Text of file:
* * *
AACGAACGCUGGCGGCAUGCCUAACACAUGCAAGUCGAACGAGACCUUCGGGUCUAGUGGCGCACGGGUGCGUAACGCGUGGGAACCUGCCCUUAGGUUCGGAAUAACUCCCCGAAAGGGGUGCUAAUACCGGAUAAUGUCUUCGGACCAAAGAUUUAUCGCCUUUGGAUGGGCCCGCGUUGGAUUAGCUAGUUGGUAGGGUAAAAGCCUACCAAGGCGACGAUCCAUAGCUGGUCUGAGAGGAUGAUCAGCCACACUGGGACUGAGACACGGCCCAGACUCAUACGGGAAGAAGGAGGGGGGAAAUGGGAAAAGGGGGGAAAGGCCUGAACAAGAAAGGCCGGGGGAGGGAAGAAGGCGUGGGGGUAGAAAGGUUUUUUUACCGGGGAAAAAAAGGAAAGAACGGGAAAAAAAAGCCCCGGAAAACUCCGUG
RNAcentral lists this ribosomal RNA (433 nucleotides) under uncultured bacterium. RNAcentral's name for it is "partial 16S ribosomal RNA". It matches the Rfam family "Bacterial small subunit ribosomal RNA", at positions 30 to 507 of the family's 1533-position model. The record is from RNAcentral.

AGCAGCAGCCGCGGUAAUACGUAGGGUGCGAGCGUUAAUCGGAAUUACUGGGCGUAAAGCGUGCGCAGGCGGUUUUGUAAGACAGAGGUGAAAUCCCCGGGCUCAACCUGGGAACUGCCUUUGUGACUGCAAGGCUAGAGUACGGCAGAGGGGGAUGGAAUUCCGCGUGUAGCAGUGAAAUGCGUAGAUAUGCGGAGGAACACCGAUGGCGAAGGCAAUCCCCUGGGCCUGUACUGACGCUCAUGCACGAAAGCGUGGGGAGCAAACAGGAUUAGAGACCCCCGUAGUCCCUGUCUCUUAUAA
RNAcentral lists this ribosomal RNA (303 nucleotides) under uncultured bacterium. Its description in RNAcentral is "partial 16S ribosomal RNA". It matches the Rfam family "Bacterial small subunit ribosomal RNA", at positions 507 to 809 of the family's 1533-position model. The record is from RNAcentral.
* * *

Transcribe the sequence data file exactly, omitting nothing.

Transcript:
AACGAACGCUGGCGGCAUGCCUAACACAUGCAAGUCGAACGAGACCUUCGGGUCUAGUGGCGCACGGGUGCGUAACGCGUGGGAACCUGCCCUUAGGUUCGGAAUAACUCCCCGAAAGGGGUGCUAAUACCGGAUAAUGUCUUCGGACCAAAGAUUUAUCGCCUUUGGAUGGGCCCGCGUUGGAUUAGCUAGUUGGUAGGGUAAAAGCCUACCAAGGCGACGAUCCAUAGCUGGUCUGAGAGGAUGAUCAGCCACACUGGGACUGAGACACGGCCCAGACUCAUACGGGAAGAAGGAGGGGGGAAAUGGGAAAAGGGGGGAAAGGCCUGAACAAGAAAGGCCGGGGGAGGGAAGAAGGCGUGGGGGUAGAAAGGUUUUUUUACCGGGGAAAAAAAGGAAAGAACGGGAAAAAAAAGCCCCGGAAAACUCCGUG
RNAcentral lists this ribosomal RNA (433 nucleotides) under uncultured bacterium. RNAcentral's name for it is "partial 16S ribosomal RNA". It matches the Rfam family "Bacterial small subunit ribosomal RNA", at positions 30 to 507 of the family's 1533-position model. The record is from RNAcentral.

AGCAGCAGCCGCGGUAAUACGUAGGGUGCGAGCGUUAAUCGGAAUUACUGGGCGUAAAGCGUGCGCAGGCGGUUUUGUAAGACAGAGGUGAAAUCCCCGGGCUCAACCUGGGAACUGCCUUUGUGACUGCAAGGCUAGAGUACGGCAGAGGGGGAUGGAAUUCCGCGUGUAGCAGUGAAAUGCGUAGAUAUGCGGAGGAACACCGAUGGCGAAGGCAAUCCCCUGGGCCUGUACUGACGCUCAUGCACGAAAGCGUGGGGAGCAAACAGGAUUAGAGACCCCCGUAGUCCCUGUCUCUUAUAA
RNAcentral lists this ribosomal RNA (303 nucleotides) under uncultured bacterium. Its description in RNAcentral is "partial 16S ribosomal RNA". It matches the Rfam family "Bacterial small subunit ribosomal RNA", at positions 507 to 809 of the family's 1533-position model. The record is from RNAcentral.